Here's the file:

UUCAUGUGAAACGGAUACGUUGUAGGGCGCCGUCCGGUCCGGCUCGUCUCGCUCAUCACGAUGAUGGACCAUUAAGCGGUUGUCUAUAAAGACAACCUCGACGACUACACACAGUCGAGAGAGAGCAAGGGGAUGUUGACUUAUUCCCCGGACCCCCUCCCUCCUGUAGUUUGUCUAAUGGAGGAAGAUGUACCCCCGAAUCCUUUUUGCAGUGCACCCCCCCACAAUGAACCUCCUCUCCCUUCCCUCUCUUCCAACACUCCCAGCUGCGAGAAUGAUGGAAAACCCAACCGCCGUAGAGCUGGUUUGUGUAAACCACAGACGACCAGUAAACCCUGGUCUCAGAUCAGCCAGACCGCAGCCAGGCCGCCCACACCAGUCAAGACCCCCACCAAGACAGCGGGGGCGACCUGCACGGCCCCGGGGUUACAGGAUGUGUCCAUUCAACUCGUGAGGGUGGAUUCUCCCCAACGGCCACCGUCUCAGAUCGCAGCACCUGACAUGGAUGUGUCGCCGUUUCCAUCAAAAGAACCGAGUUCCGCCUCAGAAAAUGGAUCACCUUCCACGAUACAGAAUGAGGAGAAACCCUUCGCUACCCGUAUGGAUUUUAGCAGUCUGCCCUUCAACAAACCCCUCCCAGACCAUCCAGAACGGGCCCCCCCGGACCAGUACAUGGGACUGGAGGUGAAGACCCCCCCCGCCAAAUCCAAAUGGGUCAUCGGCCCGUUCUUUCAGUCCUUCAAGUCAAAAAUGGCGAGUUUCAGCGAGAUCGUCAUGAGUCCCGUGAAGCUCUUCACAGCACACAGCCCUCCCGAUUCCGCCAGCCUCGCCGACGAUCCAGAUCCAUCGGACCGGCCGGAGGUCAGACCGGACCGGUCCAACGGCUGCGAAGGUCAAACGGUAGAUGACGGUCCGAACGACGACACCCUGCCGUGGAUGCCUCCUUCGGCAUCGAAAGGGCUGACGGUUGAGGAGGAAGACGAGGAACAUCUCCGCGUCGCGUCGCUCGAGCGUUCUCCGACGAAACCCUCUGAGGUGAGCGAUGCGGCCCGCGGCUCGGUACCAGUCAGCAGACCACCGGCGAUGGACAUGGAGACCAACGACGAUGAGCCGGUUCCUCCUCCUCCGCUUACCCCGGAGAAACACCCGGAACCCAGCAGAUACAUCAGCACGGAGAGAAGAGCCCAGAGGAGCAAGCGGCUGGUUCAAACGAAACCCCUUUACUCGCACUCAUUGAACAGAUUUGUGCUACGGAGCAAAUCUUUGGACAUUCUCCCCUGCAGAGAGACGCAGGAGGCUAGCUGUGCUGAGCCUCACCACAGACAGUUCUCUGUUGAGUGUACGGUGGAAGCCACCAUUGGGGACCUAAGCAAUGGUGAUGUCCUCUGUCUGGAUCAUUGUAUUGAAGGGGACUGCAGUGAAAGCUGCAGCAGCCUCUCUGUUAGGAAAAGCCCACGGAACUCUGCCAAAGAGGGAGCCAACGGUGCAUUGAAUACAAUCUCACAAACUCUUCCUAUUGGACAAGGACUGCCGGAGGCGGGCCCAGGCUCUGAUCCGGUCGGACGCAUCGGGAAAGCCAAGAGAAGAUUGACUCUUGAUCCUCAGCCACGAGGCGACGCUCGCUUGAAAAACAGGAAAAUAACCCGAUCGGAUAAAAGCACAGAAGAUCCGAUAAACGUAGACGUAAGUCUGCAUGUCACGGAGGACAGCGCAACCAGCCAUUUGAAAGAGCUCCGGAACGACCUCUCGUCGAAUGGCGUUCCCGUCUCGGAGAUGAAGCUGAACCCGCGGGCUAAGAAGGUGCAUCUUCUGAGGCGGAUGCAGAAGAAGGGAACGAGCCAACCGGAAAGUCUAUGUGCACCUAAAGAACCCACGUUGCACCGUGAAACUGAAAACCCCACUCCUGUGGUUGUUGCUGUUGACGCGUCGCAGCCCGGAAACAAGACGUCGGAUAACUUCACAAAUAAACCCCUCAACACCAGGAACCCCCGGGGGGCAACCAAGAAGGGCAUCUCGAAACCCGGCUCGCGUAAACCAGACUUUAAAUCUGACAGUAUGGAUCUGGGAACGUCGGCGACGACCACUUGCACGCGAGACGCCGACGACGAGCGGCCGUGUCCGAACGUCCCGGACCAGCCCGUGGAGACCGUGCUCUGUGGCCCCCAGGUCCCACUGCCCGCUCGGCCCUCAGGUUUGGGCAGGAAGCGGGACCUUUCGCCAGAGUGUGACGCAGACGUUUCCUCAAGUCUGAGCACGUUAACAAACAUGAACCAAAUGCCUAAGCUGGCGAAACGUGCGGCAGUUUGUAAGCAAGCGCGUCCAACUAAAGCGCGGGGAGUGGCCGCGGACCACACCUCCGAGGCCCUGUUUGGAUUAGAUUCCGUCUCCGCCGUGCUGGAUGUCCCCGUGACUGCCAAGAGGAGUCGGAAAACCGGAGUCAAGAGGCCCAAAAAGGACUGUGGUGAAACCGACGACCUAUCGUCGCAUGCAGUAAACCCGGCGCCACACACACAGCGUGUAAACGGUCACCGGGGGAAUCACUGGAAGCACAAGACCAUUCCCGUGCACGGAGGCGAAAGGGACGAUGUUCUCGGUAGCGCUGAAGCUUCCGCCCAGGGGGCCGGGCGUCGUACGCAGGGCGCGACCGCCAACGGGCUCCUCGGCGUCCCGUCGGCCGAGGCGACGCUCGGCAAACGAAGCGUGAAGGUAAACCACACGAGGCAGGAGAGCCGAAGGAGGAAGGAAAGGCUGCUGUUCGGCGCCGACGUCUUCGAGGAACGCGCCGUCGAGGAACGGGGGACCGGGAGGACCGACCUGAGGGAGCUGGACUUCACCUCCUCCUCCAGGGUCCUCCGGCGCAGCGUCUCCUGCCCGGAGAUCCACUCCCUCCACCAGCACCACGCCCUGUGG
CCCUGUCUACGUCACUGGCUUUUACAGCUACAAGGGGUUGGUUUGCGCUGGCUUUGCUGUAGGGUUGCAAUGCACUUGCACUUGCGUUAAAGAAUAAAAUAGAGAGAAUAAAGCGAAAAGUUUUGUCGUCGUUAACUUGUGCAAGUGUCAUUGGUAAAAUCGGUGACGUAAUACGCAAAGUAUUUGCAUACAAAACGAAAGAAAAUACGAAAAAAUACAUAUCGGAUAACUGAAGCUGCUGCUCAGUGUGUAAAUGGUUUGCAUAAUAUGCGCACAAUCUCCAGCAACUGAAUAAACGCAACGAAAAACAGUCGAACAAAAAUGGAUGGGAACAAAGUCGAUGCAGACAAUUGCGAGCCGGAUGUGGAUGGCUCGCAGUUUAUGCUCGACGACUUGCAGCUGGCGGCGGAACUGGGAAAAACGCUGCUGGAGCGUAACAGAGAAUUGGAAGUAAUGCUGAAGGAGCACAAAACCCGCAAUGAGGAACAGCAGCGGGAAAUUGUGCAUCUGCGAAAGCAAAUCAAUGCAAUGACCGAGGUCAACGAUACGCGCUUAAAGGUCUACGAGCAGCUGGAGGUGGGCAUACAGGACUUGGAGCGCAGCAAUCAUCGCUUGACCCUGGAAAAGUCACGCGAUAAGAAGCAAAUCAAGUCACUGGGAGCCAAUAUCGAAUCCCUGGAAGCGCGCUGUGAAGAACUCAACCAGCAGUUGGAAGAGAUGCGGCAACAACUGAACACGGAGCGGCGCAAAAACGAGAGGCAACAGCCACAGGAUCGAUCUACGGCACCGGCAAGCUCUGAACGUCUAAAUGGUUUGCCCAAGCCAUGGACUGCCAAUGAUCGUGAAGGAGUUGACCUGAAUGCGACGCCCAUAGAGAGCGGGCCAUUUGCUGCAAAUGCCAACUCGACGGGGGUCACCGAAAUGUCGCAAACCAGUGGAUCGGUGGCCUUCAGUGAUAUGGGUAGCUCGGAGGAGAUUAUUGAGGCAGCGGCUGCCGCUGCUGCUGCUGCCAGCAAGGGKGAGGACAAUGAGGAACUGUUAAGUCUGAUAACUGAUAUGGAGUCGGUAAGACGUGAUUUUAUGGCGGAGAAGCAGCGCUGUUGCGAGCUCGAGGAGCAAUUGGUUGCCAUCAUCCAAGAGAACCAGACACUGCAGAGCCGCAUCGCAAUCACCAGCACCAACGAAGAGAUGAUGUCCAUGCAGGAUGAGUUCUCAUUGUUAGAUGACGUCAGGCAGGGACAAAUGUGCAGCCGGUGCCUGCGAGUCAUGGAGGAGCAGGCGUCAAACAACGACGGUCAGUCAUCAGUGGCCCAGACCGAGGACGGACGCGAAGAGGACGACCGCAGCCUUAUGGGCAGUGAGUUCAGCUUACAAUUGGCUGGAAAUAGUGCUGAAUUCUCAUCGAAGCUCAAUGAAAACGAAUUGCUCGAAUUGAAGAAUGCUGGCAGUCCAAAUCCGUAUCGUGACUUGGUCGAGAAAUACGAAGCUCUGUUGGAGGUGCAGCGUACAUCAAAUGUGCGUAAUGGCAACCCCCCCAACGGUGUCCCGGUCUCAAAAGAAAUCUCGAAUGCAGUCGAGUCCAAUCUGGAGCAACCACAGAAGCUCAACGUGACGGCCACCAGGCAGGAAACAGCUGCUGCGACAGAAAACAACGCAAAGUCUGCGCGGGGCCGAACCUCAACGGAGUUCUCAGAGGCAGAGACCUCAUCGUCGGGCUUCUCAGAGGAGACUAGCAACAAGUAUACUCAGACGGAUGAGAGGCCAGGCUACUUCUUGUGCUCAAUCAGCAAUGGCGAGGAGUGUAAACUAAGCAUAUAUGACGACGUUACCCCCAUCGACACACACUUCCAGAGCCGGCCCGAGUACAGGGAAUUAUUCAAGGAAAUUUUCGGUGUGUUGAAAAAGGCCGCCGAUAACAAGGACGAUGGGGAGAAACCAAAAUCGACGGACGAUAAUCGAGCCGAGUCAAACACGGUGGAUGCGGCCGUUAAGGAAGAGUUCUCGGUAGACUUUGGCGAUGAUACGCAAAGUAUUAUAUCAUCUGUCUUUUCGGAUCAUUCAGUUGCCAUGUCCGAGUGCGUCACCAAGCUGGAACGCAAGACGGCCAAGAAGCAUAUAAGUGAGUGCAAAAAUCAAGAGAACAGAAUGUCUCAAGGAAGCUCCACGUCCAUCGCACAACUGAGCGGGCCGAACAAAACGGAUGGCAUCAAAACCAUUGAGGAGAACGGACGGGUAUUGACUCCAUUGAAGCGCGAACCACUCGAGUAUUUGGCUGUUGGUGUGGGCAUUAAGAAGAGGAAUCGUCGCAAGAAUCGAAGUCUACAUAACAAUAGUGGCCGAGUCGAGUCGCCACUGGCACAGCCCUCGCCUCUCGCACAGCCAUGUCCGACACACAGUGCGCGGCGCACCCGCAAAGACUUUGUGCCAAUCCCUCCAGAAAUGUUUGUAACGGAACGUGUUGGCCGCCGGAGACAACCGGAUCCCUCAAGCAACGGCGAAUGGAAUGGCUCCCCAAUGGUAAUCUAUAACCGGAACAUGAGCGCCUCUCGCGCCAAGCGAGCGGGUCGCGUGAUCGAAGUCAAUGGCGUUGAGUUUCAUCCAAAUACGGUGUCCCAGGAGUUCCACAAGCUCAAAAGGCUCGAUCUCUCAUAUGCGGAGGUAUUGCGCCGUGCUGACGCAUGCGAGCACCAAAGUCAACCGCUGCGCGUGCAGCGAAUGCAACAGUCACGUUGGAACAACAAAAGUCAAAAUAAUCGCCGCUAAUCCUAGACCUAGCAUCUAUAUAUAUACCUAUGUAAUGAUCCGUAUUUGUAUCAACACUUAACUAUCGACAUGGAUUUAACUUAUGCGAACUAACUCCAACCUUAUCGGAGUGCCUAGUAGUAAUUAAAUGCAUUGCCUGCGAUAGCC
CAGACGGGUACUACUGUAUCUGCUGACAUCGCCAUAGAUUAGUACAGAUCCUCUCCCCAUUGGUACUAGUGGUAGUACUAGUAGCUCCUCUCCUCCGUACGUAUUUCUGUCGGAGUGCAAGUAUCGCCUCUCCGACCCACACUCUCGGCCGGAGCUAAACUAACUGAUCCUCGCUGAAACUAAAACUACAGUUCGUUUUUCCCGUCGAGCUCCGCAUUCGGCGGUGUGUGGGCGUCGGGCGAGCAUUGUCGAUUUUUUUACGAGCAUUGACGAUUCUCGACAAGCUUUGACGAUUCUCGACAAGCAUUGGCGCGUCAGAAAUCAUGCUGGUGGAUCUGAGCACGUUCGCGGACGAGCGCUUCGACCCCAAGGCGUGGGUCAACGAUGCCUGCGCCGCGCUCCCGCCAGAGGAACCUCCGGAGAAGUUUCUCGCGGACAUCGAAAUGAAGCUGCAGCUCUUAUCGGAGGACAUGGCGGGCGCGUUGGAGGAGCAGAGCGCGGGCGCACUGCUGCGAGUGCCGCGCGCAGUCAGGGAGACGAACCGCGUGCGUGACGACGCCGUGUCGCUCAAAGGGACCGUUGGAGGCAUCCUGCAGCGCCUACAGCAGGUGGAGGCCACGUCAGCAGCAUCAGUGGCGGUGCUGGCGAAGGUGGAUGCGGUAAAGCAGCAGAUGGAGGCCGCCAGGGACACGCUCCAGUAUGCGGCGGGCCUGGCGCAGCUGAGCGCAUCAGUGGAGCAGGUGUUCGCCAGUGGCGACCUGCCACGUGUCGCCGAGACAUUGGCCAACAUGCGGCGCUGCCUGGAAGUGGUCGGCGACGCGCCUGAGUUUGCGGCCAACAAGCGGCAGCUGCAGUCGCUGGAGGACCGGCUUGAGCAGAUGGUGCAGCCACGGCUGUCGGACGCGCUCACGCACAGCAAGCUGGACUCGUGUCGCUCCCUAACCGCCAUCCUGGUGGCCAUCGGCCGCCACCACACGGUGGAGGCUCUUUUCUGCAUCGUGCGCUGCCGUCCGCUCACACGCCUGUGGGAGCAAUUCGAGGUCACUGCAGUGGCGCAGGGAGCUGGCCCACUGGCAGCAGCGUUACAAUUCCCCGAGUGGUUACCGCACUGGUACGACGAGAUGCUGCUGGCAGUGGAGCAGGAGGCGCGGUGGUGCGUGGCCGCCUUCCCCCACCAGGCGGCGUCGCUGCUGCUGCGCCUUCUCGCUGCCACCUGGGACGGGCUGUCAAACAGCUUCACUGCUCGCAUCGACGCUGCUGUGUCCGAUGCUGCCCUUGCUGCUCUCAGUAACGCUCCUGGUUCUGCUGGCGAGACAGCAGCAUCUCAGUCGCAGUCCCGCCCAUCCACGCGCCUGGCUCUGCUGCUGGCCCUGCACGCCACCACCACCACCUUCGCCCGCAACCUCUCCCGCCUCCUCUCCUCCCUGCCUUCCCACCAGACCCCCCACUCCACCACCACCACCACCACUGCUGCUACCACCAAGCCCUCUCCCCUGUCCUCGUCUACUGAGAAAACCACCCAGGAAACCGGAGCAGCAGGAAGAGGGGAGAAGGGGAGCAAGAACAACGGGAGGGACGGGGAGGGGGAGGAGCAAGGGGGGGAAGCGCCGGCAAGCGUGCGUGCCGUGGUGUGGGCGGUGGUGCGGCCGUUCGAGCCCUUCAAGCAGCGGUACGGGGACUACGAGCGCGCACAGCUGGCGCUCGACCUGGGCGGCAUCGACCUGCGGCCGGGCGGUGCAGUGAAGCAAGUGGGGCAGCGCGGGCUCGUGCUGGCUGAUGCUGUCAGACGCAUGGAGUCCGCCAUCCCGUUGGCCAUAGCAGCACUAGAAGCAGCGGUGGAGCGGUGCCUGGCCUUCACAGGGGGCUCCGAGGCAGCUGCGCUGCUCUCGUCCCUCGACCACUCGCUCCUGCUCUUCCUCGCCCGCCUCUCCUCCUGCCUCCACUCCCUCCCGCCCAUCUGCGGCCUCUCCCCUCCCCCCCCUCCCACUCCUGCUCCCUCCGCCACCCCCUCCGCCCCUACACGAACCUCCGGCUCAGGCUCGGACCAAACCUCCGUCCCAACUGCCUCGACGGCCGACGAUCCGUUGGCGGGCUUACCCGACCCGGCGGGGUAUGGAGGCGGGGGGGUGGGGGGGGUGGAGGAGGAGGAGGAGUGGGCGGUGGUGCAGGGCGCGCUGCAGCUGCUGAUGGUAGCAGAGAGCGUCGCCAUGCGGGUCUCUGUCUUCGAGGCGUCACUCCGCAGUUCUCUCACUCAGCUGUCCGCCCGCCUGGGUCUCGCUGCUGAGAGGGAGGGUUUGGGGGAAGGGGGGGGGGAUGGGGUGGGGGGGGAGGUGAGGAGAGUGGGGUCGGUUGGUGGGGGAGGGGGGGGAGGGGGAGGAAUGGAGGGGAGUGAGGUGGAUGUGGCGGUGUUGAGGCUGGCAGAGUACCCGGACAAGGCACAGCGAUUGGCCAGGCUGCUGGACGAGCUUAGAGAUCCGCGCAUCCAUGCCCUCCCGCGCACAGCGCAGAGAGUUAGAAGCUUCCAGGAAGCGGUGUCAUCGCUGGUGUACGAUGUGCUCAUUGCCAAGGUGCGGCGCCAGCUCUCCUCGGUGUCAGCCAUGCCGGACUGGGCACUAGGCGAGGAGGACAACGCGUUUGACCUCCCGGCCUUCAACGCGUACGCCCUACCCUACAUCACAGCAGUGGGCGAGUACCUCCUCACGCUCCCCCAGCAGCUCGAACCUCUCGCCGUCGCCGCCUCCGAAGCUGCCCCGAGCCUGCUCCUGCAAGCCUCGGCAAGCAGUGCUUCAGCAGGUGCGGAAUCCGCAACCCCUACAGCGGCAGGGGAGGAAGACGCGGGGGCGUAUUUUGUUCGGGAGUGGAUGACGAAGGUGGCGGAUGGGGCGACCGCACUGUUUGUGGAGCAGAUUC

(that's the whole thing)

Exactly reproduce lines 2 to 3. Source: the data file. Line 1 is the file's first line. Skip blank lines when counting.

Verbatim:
CCCUGUCUACGUCACUGGCUUUUACAGCUACAAGGGGUUGGUUUGCGCUGGCUUUGCUGUAGGGUUGCAAUGCACUUGCACUUGCGUUAAAGAAUAAAAUAGAGAGAAUAAAGCGAAAAGUUUUGUCGUCGUUAACUUGUGCAAGUGUCAUUGGUAAAAUCGGUGACGUAAUACGCAAAGUAUUUGCAUACAAAACGAAAGAAAAUACGAAAAAAUACAUAUCGGAUAACUGAAGCUGCUGCUCAGUGUGUAAAUGGUUUGCAUAAUAUGCGCACAAUCUCCAGCAACUGAAUAAACGCAACGAAAAACAGUCGAACAAAAAUGGAUGGGAACAAAGUCGAUGCAGACAAUUGCGAGCCGGAUGUGGAUGGCUCGCAGUUUAUGCUCGACGACUUGCAGCUGGCGGCGGAACUGGGAAAAACGCUGCUGGAGCGUAACAGAGAAUUGGAAGUAAUGCUGAAGGAGCACAAAACCCGCAAUGAGGAACAGCAGCGGGAAAUUGUGCAUCUGCGAAAGCAAAUCAAUGCAAUGACCGAGGUCAACGAUACGCGCUUAAAGGUCUACGAGCAGCUGGAGGUGGGCAUACAGGACUUGGAGCGCAGCAAUCAUCGCUUGACCCUGGAAAAGUCACGCGAUAAGAAGCAAAUCAAGUCACUGGGAGCCAAUAUCGAAUCCCUGGAAGCGCGCUGUGAAGAACUCAACCAGCAGUUGGAAGAGAUGCGGCAACAACUGAACACGGAGCGGCGCAAAAACGAGAGGCAACAGCCACAGGAUCGAUCUACGGCACCGGCAAGCUCUGAACGUCUAAAUGGUUUGCCCAAGCCAUGGACUGCCAAUGAUCGUGAAGGAGUUGACCUGAAUGCGACGCCCAUAGAGAGCGGGCCAUUUGCUGCAAAUGCCAACUCGACGGGGGUCACCGAAAUGUCGCAAACCAGUGGAUCGGUGGCCUUCAGUGAUAUGGGUAGCUCGGAGGAGAUUAUUGAGGCAGCGGCUGCCGCUGCUGCUGCUGCCAGCAAGGGKGAGGACAAUGAGGAACUGUUAAGUCUGAUAACUGAUAUGGAGUCGGUAAGACGUGAUUUUAUGGCGGAGAAGCAGCGCUGUUGCGAGCUCGAGGAGCAAUUGGUUGCCAUCAUCCAAGAGAACCAGACACUGCAGAGCCGCAUCGCAAUCACCAGCACCAACGAAGAGAUGAUGUCCAUGCAGGAUGAGUUCUCAUUGUUAGAUGACGUCAGGCAGGGACAAAUGUGCAGCCGGUGCCUGCGAGUCAUGGAGGAGCAGGCGUCAAACAACGACGGUCAGUCAUCAGUGGCCCAGACCGAGGACGGACGCGAAGAGGACGACCGCAGCCUUAUGGGCAGUGAGUUCAGCUUACAAUUGGCUGGAAAUAGUGCUGAAUUCUCAUCGAAGCUCAAUGAAAACGAAUUGCUCGAAUUGAAGAAUGCUGGCAGUCCAAAUCCGUAUCGUGACUUGGUCGAGAAAUACGAAGCUCUGUUGGAGGUGCAGCGUACAUCAAAUGUGCGUAAUGGCAACCCCCCCAACGGUGUCCCGGUCUCAAAAGAAAUCUCGAAUGCAGUCGAGUCCAAUCUGGAGCAACCACAGAAGCUCAACGUGACGGCCACCAGGCAGGAAACAGCUGCUGCGACAGAAAACAACGCAAAGUCUGCGCGGGGCCGAACCUCAACGGAGUUCUCAGAGGCAGAGACCUCAUCGUCGGGCUUCUCAGAGGAGACUAGCAACAAGUAUACUCAGACGGAUGAGAGGCCAGGCUACUUCUUGUGCUCAAUCAGCAAUGGCGAGGAGUGUAAACUAAGCAUAUAUGACGACGUUACCCCCAUCGACACACACUUCCAGAGCCGGCCCGAGUACAGGGAAUUAUUCAAGGAAAUUUUCGGUGUGUUGAAAAAGGCCGCCGAUAACAAGGACGAUGGGGAGAAACCAAAAUCGACGGACGAUAAUCGAGCCGAGUCAAACACGGUGGAUGCGGCCGUUAAGGAAGAGUUCUCGGUAGACUUUGGCGAUGAUACGCAAAGUAUUAUAUCAUCUGUCUUUUCGGAUCAUUCAGUUGCCAUGUCCGAGUGCGUCACCAAGCUGGAACGCAAGACGGCCAAGAAGCAUAUAAGUGAGUGCAAAAAUCAAGAGAACAGAAUGUCUCAAGGAAGCUCCACGUCCAUCGCACAACUGAGCGGGCCGAACAAAACGGAUGGCAUCAAAACCAUUGAGGAGAACGGACGGGUAUUGACUCCAUUGAAGCGCGAACCACUCGAGUAUUUGGCUGUUGGUGUGGGCAUUAAGAAGAGGAAUCGUCGCAAGAAUCGAAGUCUACAUAACAAUAGUGGCCGAGUCGAGUCGCCACUGGCACAGCCCUCGCCUCUCGCACAGCCAUGUCCGACACACAGUGCGCGGCGCACCCGCAAAGACUUUGUGCCAAUCCCUCCAGAAAUGUUUGUAACGGAACGUGUUGGCCGCCGGAGACAACCGGAUCCCUCAAGCAACGGCGAAUGGAAUGGCUCCCCAAUGGUAAUCUAUAACCGGAACAUGAGCGCCUCUCGCGCCAAGCGAGCGGGUCGCGUGAUCGAAGUCAAUGGCGUUGAGUUUCAUCCAAAUACGGUGUCCCAGGAGUUCCACAAGCUCAAAAGGCUCGAUCUCUCAUAUGCGGAGGUAUUGCGCCGUGCUGACGCAUGCGAGCACCAAAGUCAACCGCUGCGCGUGCAGCGAAUGCAACAGUCACGUUGGAACAACAAAAGUCAAAAUAAUCGCCGCUAAUCCUAGACCUAGCAUCUAUAUAUAUACCUAUGUAAUGAUCCGUAUUUGUAUCAACACUUAACUAUCGACAUGGAUUUAACUUAUGCGAACUAACUCCAACCUUAUCGGAGUGCCUAGUAGUAAUUAAAUGCAUUGCCUGCGAUAGCC
CAGACGGGUACUACUGUAUCUGCUGACAUCGCCAUAGAUUAGUACAGAUCCUCUCCCCAUUGGUACUAGUGGUAGUACUAGUAGCUCCUCUCCUCCGUACGUAUUUCUGUCGGAGUGCAAGUAUCGCCUCUCCGACCCACACUCUCGGCCGGAGCUAAACUAACUGAUCCUCGCUGAAACUAAAACUACAGUUCGUUUUUCCCGUCGAGCUCCGCAUUCGGCGGUGUGUGGGCGUCGGGCGAGCAUUGUCGAUUUUUUUACGAGCAUUGACGAUUCUCGACAAGCUUUGACGAUUCUCGACAAGCAUUGGCGCGUCAGAAAUCAUGCUGGUGGAUCUGAGCACGUUCGCGGACGAGCGCUUCGACCCCAAGGCGUGGGUCAACGAUGCCUGCGCCGCGCUCCCGCCAGAGGAACCUCCGGAGAAGUUUCUCGCGGACAUCGAAAUGAAGCUGCAGCUCUUAUCGGAGGACAUGGCGGGCGCGUUGGAGGAGCAGAGCGCGGGCGCACUGCUGCGAGUGCCGCGCGCAGUCAGGGAGACGAACCGCGUGCGUGACGACGCCGUGUCGCUCAAAGGGACCGUUGGAGGCAUCCUGCAGCGCCUACAGCAGGUGGAGGCCACGUCAGCAGCAUCAGUGGCGGUGCUGGCGAAGGUGGAUGCGGUAAAGCAGCAGAUGGAGGCCGCCAGGGACACGCUCCAGUAUGCGGCGGGCCUGGCGCAGCUGAGCGCAUCAGUGGAGCAGGUGUUCGCCAGUGGCGACCUGCCACGUGUCGCCGAGACAUUGGCCAACAUGCGGCGCUGCCUGGAAGUGGUCGGCGACGCGCCUGAGUUUGCGGCCAACAAGCGGCAGCUGCAGUCGCUGGAGGACCGGCUUGAGCAGAUGGUGCAGCCACGGCUGUCGGACGCGCUCACGCACAGCAAGCUGGACUCGUGUCGCUCCCUAACCGCCAUCCUGGUGGCCAUCGGCCGCCACCACACGGUGGAGGCUCUUUUCUGCAUCGUGCGCUGCCGUCCGCUCACACGCCUGUGGGAGCAAUUCGAGGUCACUGCAGUGGCGCAGGGAGCUGGCCCACUGGCAGCAGCGUUACAAUUCCCCGAGUGGUUACCGCACUGGUACGACGAGAUGCUGCUGGCAGUGGAGCAGGAGGCGCGGUGGUGCGUGGCCGCCUUCCCCCACCAGGCGGCGUCGCUGCUGCUGCGCCUUCUCGCUGCCACCUGGGACGGGCUGUCAAACAGCUUCACUGCUCGCAUCGACGCUGCUGUGUCCGAUGCUGCCCUUGCUGCUCUCAGUAACGCUCCUGGUUCUGCUGGCGAGACAGCAGCAUCUCAGUCGCAGUCCCGCCCAUCCACGCGCCUGGCUCUGCUGCUGGCCCUGCACGCCACCACCACCACCUUCGCCCGCAACCUCUCCCGCCUCCUCUCCUCCCUGCCUUCCCACCAGACCCCCCACUCCACCACCACCACCACCACUGCUGCUACCACCAAGCCCUCUCCCCUGUCCUCGUCUACUGAGAAAACCACCCAGGAAACCGGAGCAGCAGGAAGAGGGGAGAAGGGGAGCAAGAACAACGGGAGGGACGGGGAGGGGGAGGAGCAAGGGGGGGAAGCGCCGGCAAGCGUGCGUGCCGUGGUGUGGGCGGUGGUGCGGCCGUUCGAGCCCUUCAAGCAGCGGUACGGGGACUACGAGCGCGCACAGCUGGCGCUCGACCUGGGCGGCAUCGACCUGCGGCCGGGCGGUGCAGUGAAGCAAGUGGGGCAGCGCGGGCUCGUGCUGGCUGAUGCUGUCAGACGCAUGGAGUCCGCCAUCCCGUUGGCCAUAGCAGCACUAGAAGCAGCGGUGGAGCGGUGCCUGGCCUUCACAGGGGGCUCCGAGGCAGCUGCGCUGCUCUCGUCCCUCGACCACUCGCUCCUGCUCUUCCUCGCCCGCCUCUCCUCCUGCCUCCACUCCCUCCCGCCCAUCUGCGGCCUCUCCCCUCCCCCCCCUCCCACUCCUGCUCCCUCCGCCACCCCCUCCGCCCCUACACGAACCUCCGGCUCAGGCUCGGACCAAACCUCCGUCCCAACUGCCUCGACGGCCGACGAUCCGUUGGCGGGCUUACCCGACCCGGCGGGGUAUGGAGGCGGGGGGGUGGGGGGGGUGGAGGAGGAGGAGGAGUGGGCGGUGGUGCAGGGCGCGCUGCAGCUGCUGAUGGUAGCAGAGAGCGUCGCCAUGCGGGUCUCUGUCUUCGAGGCGUCACUCCGCAGUUCUCUCACUCAGCUGUCCGCCCGCCUGGGUCUCGCUGCUGAGAGGGAGGGUUUGGGGGAAGGGGGGGGGGAUGGGGUGGGGGGGGAGGUGAGGAGAGUGGGGUCGGUUGGUGGGGGAGGGGGGGGAGGGGGAGGAAUGGAGGGGAGUGAGGUGGAUGUGGCGGUGUUGAGGCUGGCAGAGUACCCGGACAAGGCACAGCGAUUGGCCAGGCUGCUGGACGAGCUUAGAGAUCCGCGCAUCCAUGCCCUCCCGCGCACAGCGCAGAGAGUUAGAAGCUUCCAGGAAGCGGUGUCAUCGCUGGUGUACGAUGUGCUCAUUGCCAAGGUGCGGCGCCAGCUCUCCUCGGUGUCAGCCAUGCCGGACUGGGCACUAGGCGAGGAGGACAACGCGUUUGACCUCCCGGCCUUCAACGCGUACGCCCUACCCUACAUCACAGCAGUGGGCGAGUACCUCCUCACGCUCCCCCAGCAGCUCGAACCUCUCGCCGUCGCCGCCUCCGAAGCUGCCCCGAGCCUGCUCCUGCAAGCCUCGGCAAGCAGUGCUUCAGCAGGUGCGGAAUCCGCAACCCCUACAGCGGCAGGGGAGGAAGACGCGGGGGCGUAUUUUGUUCGGGAGUGGAUGACGAAGGUGGCGGAUGGGGCGACCGCACUGUUUGUGGAGCAGAUUC